Is your restaurant leveraging digital channels to get more customers?
Getting customers in an industry as competitive as the restaurant business comes with a number of unique challenges. One of these challenges is the growing expectation of consumers being able to access information about your restaurant online. So being present online is essential to your success.
Here’s the problem: you have a million and one other tasks on your plate (pun fully intended). You have to prepare the menu, negotiate with suppliers, hire the right personnel, and make sure everything is in pristine condition. With your energy divided into all areas of your business, you don’t have time to tend to a website and market it effectively.
Can you get by without a website in this digital age? Can your customers still find you in search engines?
We’ve got some good, and some not so good news for you… Eventually, we recommend you have a website. Your own asset that you own in the online world. However, in the short term it is still possible to rank on page one of a Google search even if you don’t have your own website.
Want to know how?
It’s all about understanding local SEO. So in this article we’ll talk about how to use local SEO to boost your restaurant’s Google ranking without necessarily having a website of your own.
Increased competition in the restaurant industry means you need to focus on the unique things you can offer your audience, and one of these things is proximity, according to the Local Search Ranking Factors survey.
It makes sense.
No one wants to drive 20 miles to eat a delicious dinner. People want to find the best places that are closest to them. Sure, you can’t change your restaurant’s physical location, but you can influence other factors that drive your prospects’ searches and make you a top ranking business in your area.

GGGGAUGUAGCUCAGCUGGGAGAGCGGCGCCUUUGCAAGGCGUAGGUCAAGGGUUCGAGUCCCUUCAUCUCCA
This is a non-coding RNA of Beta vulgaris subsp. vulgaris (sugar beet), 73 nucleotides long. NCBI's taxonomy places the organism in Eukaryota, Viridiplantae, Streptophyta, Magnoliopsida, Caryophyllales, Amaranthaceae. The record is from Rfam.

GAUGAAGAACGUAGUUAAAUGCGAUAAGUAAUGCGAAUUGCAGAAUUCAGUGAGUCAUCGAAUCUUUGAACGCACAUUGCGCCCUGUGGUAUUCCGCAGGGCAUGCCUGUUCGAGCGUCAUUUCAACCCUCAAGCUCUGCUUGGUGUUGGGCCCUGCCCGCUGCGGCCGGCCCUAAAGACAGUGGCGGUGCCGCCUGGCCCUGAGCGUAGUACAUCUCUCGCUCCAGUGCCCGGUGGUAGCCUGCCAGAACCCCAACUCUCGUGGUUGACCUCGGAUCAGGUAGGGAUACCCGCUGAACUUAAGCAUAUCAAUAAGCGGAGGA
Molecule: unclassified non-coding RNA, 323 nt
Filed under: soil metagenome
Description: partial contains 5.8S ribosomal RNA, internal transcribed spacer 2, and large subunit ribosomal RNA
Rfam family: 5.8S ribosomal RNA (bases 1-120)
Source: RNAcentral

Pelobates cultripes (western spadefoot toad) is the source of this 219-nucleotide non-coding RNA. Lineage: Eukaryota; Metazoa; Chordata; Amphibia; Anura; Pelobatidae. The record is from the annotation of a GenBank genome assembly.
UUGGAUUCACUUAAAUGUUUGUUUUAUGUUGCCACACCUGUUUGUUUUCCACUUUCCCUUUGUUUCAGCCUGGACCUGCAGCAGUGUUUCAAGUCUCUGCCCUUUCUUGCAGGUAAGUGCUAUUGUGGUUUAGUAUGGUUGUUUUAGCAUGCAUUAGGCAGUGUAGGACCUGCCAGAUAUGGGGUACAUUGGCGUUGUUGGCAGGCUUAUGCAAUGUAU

Setting up a local SEO campaign is quite a practical and straightforward process. However you do need to know your ABCs of local search and use the proper tools to make it effective.
You don’t necessarily need an amazing website (or a website at all!), as long as you stay on the top of Google’s search results with the strategies below.
Let’s take a look at how you can make it happen.
According to Google themselves “Google My Business is a free and easy-to-use tool for businesses and organizations to manage their online presence across Google, including Search and Maps. By verifying and editing your business information, you can both help customers find you and tell them the story of your business.”
The local SEO study I cited previously from Moz ranks Google My Business as the number one source of traffic for local businesses. So, it’s paramount that you learn how to set it up correctly.
Let’s take your restaurant business as an example. Firstly, people will need to find your location and physically come to you (or at least be close by if you only deliver within a certain radius). Secondly, you will have plenty of competitors, so you need to optimize your Google My Business page to perfection.
One of the first steps for getting Google My Business set up is to create a business page and claim your business.
Your end goal is to have something set up so that it looks like this in a Google search:
Make sure that you meet Google’s quality guidelines. In other words, it’s vital that you understand what it takes to create a good listing and the information Google wants to see.
Take a few minutes to read the guidelines carefully and learn about how to verify your location and represent your restaurant business accurately.
Once you have a good understanding of Google’s requirements, it’s time to choose the right category for your business. Be very careful with this selection since the classification you pick will influence every Google search from now on. For example, if “family restaurant” fits your business better than “Italian restaurant,” then that’s the category you should pick.
If you want to make your restaurant listing attractive to both search engines and your audience, then you need to complete it thoroughly.
Here’s the thing: Google will always give preference to the listing that offers more information. Plus, searchers will also be inclined to pick the business that provides as many details as possible.